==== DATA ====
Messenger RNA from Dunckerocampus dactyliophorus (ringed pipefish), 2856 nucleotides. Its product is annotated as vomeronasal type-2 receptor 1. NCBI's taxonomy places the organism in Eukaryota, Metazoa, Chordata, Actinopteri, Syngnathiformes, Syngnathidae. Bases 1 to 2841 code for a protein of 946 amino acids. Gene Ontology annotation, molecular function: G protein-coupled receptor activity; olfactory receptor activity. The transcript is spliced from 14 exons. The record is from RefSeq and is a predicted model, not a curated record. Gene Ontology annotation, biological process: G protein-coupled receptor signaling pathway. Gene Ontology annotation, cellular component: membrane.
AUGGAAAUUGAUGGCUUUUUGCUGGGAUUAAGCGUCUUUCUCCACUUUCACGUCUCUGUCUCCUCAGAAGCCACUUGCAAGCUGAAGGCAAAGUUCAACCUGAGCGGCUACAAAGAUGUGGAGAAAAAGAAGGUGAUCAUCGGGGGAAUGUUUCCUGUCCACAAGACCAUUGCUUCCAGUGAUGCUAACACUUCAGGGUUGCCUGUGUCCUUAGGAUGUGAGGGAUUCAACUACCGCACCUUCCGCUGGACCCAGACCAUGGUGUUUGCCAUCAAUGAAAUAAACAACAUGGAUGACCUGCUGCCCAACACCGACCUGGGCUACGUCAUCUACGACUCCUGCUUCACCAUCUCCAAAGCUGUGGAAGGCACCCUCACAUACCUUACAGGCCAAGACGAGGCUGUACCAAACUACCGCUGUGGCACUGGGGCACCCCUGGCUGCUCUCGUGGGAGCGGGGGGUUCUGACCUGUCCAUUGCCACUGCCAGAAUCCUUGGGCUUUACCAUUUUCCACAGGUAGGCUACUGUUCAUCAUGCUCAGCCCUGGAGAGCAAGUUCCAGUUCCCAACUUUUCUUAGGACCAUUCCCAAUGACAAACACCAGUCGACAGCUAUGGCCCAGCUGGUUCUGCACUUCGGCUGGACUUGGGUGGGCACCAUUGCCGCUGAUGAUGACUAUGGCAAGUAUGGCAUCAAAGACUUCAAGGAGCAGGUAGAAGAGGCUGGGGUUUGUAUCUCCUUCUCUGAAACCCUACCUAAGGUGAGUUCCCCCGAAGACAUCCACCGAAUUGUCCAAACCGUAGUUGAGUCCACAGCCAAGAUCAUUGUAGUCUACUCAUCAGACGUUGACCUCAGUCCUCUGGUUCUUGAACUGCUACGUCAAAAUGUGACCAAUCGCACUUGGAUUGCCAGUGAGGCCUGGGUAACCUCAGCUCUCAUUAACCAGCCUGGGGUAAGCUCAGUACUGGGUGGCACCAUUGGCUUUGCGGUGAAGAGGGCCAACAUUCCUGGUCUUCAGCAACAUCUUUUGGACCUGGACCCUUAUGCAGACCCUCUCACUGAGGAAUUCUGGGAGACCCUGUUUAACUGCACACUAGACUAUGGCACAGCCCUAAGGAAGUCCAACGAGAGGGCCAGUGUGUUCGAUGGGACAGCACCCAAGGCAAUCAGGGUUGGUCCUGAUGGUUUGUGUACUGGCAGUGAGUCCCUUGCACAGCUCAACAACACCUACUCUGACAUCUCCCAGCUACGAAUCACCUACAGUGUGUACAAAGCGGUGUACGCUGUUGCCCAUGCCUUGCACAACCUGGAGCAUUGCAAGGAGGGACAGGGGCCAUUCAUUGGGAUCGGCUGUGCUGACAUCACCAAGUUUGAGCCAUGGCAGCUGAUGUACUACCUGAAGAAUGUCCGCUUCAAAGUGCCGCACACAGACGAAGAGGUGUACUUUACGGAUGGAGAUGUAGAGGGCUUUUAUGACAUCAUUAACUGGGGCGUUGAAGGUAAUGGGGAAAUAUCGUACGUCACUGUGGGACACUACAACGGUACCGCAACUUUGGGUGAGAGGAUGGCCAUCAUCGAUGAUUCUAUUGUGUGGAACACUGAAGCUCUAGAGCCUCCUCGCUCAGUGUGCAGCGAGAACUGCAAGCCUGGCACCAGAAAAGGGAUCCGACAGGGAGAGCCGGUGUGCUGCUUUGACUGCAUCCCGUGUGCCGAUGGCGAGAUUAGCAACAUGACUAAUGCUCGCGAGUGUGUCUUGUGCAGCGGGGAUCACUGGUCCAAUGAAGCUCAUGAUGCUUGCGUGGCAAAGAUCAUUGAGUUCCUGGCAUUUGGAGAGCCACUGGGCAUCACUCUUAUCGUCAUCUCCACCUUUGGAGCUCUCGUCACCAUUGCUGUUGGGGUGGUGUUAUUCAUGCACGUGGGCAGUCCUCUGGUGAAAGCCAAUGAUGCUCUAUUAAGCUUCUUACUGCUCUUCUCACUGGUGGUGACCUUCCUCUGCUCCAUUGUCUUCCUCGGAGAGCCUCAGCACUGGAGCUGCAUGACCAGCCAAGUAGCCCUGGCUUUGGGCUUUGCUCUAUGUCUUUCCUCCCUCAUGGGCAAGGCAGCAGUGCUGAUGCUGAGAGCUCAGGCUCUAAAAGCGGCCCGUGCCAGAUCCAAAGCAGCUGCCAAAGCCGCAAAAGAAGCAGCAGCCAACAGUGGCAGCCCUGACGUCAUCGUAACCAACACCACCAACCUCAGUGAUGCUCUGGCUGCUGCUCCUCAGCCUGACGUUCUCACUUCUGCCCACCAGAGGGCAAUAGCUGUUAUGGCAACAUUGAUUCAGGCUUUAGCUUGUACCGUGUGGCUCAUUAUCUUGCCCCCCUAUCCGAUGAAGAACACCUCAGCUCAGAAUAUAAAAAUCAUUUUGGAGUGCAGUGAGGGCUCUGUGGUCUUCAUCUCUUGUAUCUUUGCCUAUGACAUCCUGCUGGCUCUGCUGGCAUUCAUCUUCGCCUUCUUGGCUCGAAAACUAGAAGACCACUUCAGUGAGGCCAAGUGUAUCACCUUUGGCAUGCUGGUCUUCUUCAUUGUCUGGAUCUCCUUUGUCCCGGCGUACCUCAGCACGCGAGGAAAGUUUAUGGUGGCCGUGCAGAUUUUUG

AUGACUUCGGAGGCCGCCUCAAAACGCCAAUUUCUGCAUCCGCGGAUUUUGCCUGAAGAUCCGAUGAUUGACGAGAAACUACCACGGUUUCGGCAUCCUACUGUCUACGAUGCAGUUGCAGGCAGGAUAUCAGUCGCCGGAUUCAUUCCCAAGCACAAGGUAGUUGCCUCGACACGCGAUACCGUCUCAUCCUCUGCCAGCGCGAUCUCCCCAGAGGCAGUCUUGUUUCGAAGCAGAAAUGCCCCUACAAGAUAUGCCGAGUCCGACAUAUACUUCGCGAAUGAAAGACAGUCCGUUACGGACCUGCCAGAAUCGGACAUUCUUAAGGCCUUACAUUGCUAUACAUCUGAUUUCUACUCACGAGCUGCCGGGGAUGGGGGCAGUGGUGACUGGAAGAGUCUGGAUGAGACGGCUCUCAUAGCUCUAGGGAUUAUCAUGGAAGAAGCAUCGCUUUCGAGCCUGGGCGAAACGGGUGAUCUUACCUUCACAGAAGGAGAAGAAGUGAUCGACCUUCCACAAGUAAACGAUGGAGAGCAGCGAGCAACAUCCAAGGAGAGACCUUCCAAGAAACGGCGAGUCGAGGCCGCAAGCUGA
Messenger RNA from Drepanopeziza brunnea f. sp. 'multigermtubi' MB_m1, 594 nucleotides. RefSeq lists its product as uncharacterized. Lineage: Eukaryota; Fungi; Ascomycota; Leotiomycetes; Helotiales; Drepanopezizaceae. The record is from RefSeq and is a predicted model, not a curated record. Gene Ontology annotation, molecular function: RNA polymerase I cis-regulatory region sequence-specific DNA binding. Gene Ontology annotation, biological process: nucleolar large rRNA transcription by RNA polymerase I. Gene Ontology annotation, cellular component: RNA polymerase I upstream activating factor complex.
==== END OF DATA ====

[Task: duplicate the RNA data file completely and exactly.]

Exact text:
Messenger RNA from Dunckerocampus dactyliophorus (ringed pipefish), 2856 nucleotides. Its product is annotated as vomeronasal type-2 receptor 1. NCBI's taxonomy places the organism in Eukaryota, Metazoa, Chordata, Actinopteri, Syngnathiformes, Syngnathidae. Bases 1 to 2841 code for a protein of 946 amino acids. Gene Ontology annotation, molecular function: G protein-coupled receptor activity; olfactory receptor activity. The transcript is spliced from 14 exons. The record is from RefSeq and is a predicted model, not a curated record. Gene Ontology annotation, biological process: G protein-coupled receptor signaling pathway. Gene Ontology annotation, cellular component: membrane.
AUGGAAAUUGAUGGCUUUUUGCUGGGAUUAAGCGUCUUUCUCCACUUUCACGUCUCUGUCUCCUCAGAAGCCACUUGCAAGCUGAAGGCAAAGUUCAACCUGAGCGGCUACAAAGAUGUGGAGAAAAAGAAGGUGAUCAUCGGGGGAAUGUUUCCUGUCCACAAGACCAUUGCUUCCAGUGAUGCUAACACUUCAGGGUUGCCUGUGUCCUUAGGAUGUGAGGGAUUCAACUACCGCACCUUCCGCUGGACCCAGACCAUGGUGUUUGCCAUCAAUGAAAUAAACAACAUGGAUGACCUGCUGCCCAACACCGACCUGGGCUACGUCAUCUACGACUCCUGCUUCACCAUCUCCAAAGCUGUGGAAGGCACCCUCACAUACCUUACAGGCCAAGACGAGGCUGUACCAAACUACCGCUGUGGCACUGGGGCACCCCUGGCUGCUCUCGUGGGAGCGGGGGGUUCUGACCUGUCCAUUGCCACUGCCAGAAUCCUUGGGCUUUACCAUUUUCCACAGGUAGGCUACUGUUCAUCAUGCUCAGCCCUGGAGAGCAAGUUCCAGUUCCCAACUUUUCUUAGGACCAUUCCCAAUGACAAACACCAGUCGACAGCUAUGGCCCAGCUGGUUCUGCACUUCGGCUGGACUUGGGUGGGCACCAUUGCCGCUGAUGAUGACUAUGGCAAGUAUGGCAUCAAAGACUUCAAGGAGCAGGUAGAAGAGGCUGGGGUUUGUAUCUCCUUCUCUGAAACCCUACCUAAGGUGAGUUCCCCCGAAGACAUCCACCGAAUUGUCCAAACCGUAGUUGAGUCCACAGCCAAGAUCAUUGUAGUCUACUCAUCAGACGUUGACCUCAGUCCUCUGGUUCUUGAACUGCUACGUCAAAAUGUGACCAAUCGCACUUGGAUUGCCAGUGAGGCCUGGGUAACCUCAGCUCUCAUUAACCAGCCUGGGGUAAGCUCAGUACUGGGUGGCACCAUUGGCUUUGCGGUGAAGAGGGCCAACAUUCCUGGUCUUCAGCAACAUCUUUUGGACCUGGACCCUUAUGCAGACCCUCUCACUGAGGAAUUCUGGGAGACCCUGUUUAACUGCACACUAGACUAUGGCACAGCCCUAAGGAAGUCCAACGAGAGGGCCAGUGUGUUCGAUGGGACAGCACCCAAGGCAAUCAGGGUUGGUCCUGAUGGUUUGUGUACUGGCAGUGAGUCCCUUGCACAGCUCAACAACACCUACUCUGACAUCUCCCAGCUACGAAUCACCUACAGUGUGUACAAAGCGGUGUACGCUGUUGCCCAUGCCUUGCACAACCUGGAGCAUUGCAAGGAGGGACAGGGGCCAUUCAUUGGGAUCGGCUGUGCUGACAUCACCAAGUUUGAGCCAUGGCAGCUGAUGUACUACCUGAAGAAUGUCCGCUUCAAAGUGCCGCACACAGACGAAGAGGUGUACUUUACGGAUGGAGAUGUAGAGGGCUUUUAUGACAUCAUUAACUGGGGCGUUGAAGGUAAUGGGGAAAUAUCGUACGUCACUGUGGGACACUACAACGGUACCGCAACUUUGGGUGAGAGGAUGGCCAUCAUCGAUGAUUCUAUUGUGUGGAACACUGAAGCUCUAGAGCCUCCUCGCUCAGUGUGCAGCGAGAACUGCAAGCCUGGCACCAGAAAAGGGAUCCGACAGGGAGAGCCGGUGUGCUGCUUUGACUGCAUCCCGUGUGCCGAUGGCGAGAUUAGCAACAUGACUAAUGCUCGCGAGUGUGUCUUGUGCAGCGGGGAUCACUGGUCCAAUGAAGCUCAUGAUGCUUGCGUGGCAAAGAUCAUUGAGUUCCUGGCAUUUGGAGAGCCACUGGGCAUCACUCUUAUCGUCAUCUCCACCUUUGGAGCUCUCGUCACCAUUGCUGUUGGGGUGGUGUUAUUCAUGCACGUGGGCAGUCCUCUGGUGAAAGCCAAUGAUGCUCUAUUAAGCUUCUUACUGCUCUUCUCACUGGUGGUGACCUUCCUCUGCUCCAUUGUCUUCCUCGGAGAGCCUCAGCACUGGAGCUGCAUGACCAGCCAAGUAGCCCUGGCUUUGGGCUUUGCUCUAUGUCUUUCCUCCCUCAUGGGCAAGGCAGCAGUGCUGAUGCUGAGAGCUCAGGCUCUAAAAGCGGCCCGUGCCAGAUCCAAAGCAGCUGCCAAAGCCGCAAAAGAAGCAGCAGCCAACAGUGGCAGCCCUGACGUCAUCGUAACCAACACCACCAACCUCAGUGAUGCUCUGGCUGCUGCUCCUCAGCCUGACGUUCUCACUUCUGCCCACCAGAGGGCAAUAGCUGUUAUGGCAACAUUGAUUCAGGCUUUAGCUUGUACCGUGUGGCUCAUUAUCUUGCCCCCCUAUCCGAUGAAGAACACCUCAGCUCAGAAUAUAAAAAUCAUUUUGGAGUGCAGUGAGGGCUCUGUGGUCUUCAUCUCUUGUAUCUUUGCCUAUGACAUCCUGCUGGCUCUGCUGGCAUUCAUCUUCGCCUUCUUGGCUCGAAAACUAGAAGACCACUUCAGUGAGGCCAAGUGUAUCACCUUUGGCAUGCUGGUCUUCUUCAUUGUCUGGAUCUCCUUUGUCCCGGCGUACCUCAGCACGCGAGGAAAGUUUAUGGUGGCCGUGCAGAUUUUUG

AUGACUUCGGAGGCCGCCUCAAAACGCCAAUUUCUGCAUCCGCGGAUUUUGCCUGAAGAUCCGAUGAUUGACGAGAAACUACCACGGUUUCGGCAUCCUACUGUCUACGAUGCAGUUGCAGGCAGGAUAUCAGUCGCCGGAUUCAUUCCCAAGCACAAGGUAGUUGCCUCGACACGCGAUACCGUCUCAUCCUCUGCCAGCGCGAUCUCCCCAGAGGCAGUCUUGUUUCGAAGCAGAAAUGCCCCUACAAGAUAUGCCGAGUCCGACAUAUACUUCGCGAAUGAAAGACAGUCCGUUACGGACCUGCCAGAAUCGGACAUUCUUAAGGCCUUACAUUGCUAUACAUCUGAUUUCUACUCACGAGCUGCCGGGGAUGGGGGCAGUGGUGACUGGAAGAGUCUGGAUGAGACGGCUCUCAUAGCUCUAGGGAUUAUCAUGGAAGAAGCAUCGCUUUCGAGCCUGGGCGAAACGGGUGAUCUUACCUUCACAGAAGGAGAAGAAGUGAUCGACCUUCCACAAGUAAACGAUGGAGAGCAGCGAGCAACAUCCAAGGAGAGACCUUCCAAGAAACGGCGAGUCGAGGCCGCAAGCUGA
Messenger RNA from Drepanopeziza brunnea f. sp. 'multigermtubi' MB_m1, 594 nucleotides. RefSeq lists its product as uncharacterized. Lineage: Eukaryota; Fungi; Ascomycota; Leotiomycetes; Helotiales; Drepanopezizaceae. The record is from RefSeq and is a predicted model, not a curated record. Gene Ontology annotation, molecular function: RNA polymerase I cis-regulatory region sequence-specific DNA binding. Gene Ontology annotation, biological process: nucleolar large rRNA transcription by RNA polymerase I. Gene Ontology annotation, cellular component: RNA polymerase I upstream activating factor complex.